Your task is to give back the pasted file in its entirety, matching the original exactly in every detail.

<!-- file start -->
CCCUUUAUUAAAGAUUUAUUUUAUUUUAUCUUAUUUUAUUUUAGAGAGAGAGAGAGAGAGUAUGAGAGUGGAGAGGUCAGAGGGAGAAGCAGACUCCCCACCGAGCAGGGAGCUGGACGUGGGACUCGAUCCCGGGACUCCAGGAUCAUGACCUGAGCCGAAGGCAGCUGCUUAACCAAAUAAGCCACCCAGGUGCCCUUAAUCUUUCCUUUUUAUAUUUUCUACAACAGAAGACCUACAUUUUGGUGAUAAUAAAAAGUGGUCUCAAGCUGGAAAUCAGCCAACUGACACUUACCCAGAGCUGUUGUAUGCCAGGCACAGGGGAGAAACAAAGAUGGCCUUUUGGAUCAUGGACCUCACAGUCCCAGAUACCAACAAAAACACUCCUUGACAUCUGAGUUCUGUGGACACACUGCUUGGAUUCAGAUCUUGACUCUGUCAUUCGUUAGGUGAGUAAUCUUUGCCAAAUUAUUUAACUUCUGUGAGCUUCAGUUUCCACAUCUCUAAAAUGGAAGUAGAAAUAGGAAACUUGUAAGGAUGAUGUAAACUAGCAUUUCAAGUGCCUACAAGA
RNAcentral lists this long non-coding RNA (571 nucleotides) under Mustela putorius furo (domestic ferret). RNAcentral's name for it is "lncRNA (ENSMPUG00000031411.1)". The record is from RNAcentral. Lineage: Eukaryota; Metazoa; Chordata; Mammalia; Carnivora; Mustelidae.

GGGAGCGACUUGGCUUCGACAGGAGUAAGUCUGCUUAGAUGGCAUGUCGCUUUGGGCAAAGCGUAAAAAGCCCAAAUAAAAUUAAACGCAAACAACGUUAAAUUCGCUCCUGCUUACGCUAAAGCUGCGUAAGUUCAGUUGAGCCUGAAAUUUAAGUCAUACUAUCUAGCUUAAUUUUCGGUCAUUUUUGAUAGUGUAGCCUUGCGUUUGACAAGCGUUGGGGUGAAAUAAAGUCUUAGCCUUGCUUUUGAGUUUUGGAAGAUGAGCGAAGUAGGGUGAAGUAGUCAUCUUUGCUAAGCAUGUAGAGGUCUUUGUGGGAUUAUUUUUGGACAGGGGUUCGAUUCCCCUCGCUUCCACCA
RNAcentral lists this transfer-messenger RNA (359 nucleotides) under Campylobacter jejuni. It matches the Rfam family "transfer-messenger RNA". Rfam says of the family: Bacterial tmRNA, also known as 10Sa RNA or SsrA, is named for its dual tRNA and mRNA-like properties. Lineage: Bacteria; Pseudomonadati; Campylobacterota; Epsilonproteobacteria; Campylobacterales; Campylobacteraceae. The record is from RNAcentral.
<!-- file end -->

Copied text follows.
CCCUUUAUUAAAGAUUUAUUUUAUUUUAUCUUAUUUUAUUUUAGAGAGAGAGAGAGAGAGUAUGAGAGUGGAGAGGUCAGAGGGAGAAGCAGACUCCCCACCGAGCAGGGAGCUGGACGUGGGACUCGAUCCCGGGACUCCAGGAUCAUGACCUGAGCCGAAGGCAGCUGCUUAACCAAAUAAGCCACCCAGGUGCCCUUAAUCUUUCCUUUUUAUAUUUUCUACAACAGAAGACCUACAUUUUGGUGAUAAUAAAAAGUGGUCUCAAGCUGGAAAUCAGCCAACUGACACUUACCCAGAGCUGUUGUAUGCCAGGCACAGGGGAGAAACAAAGAUGGCCUUUUGGAUCAUGGACCUCACAGUCCCAGAUACCAACAAAAACACUCCUUGACAUCUGAGUUCUGUGGACACACUGCUUGGAUUCAGAUCUUGACUCUGUCAUUCGUUAGGUGAGUAAUCUUUGCCAAAUUAUUUAACUUCUGUGAGCUUCAGUUUCCACAUCUCUAAAAUGGAAGUAGAAAUAGGAAACUUGUAAGGAUGAUGUAAACUAGCAUUUCAAGUGCCUACAAGA
RNAcentral lists this long non-coding RNA (571 nucleotides) under Mustela putorius furo (domestic ferret). RNAcentral's name for it is "lncRNA (ENSMPUG00000031411.1)". The record is from RNAcentral. Lineage: Eukaryota; Metazoa; Chordata; Mammalia; Carnivora; Mustelidae.

GGGAGCGACUUGGCUUCGACAGGAGUAAGUCUGCUUAGAUGGCAUGUCGCUUUGGGCAAAGCGUAAAAAGCCCAAAUAAAAUUAAACGCAAACAACGUUAAAUUCGCUCCUGCUUACGCUAAAGCUGCGUAAGUUCAGUUGAGCCUGAAAUUUAAGUCAUACUAUCUAGCUUAAUUUUCGGUCAUUUUUGAUAGUGUAGCCUUGCGUUUGACAAGCGUUGGGGUGAAAUAAAGUCUUAGCCUUGCUUUUGAGUUUUGGAAGAUGAGCGAAGUAGGGUGAAGUAGUCAUCUUUGCUAAGCAUGUAGAGGUCUUUGUGGGAUUAUUUUUGGACAGGGGUUCGAUUCCCCUCGCUUCCACCA
RNAcentral lists this transfer-messenger RNA (359 nucleotides) under Campylobacter jejuni. It matches the Rfam family "transfer-messenger RNA". Rfam says of the family: Bacterial tmRNA, also known as 10Sa RNA or SsrA, is named for its dual tRNA and mRNA-like properties. Lineage: Bacteria; Pseudomonadati; Campylobacterota; Epsilonproteobacteria; Campylobacterales; Campylobacteraceae. The record is from RNAcentral.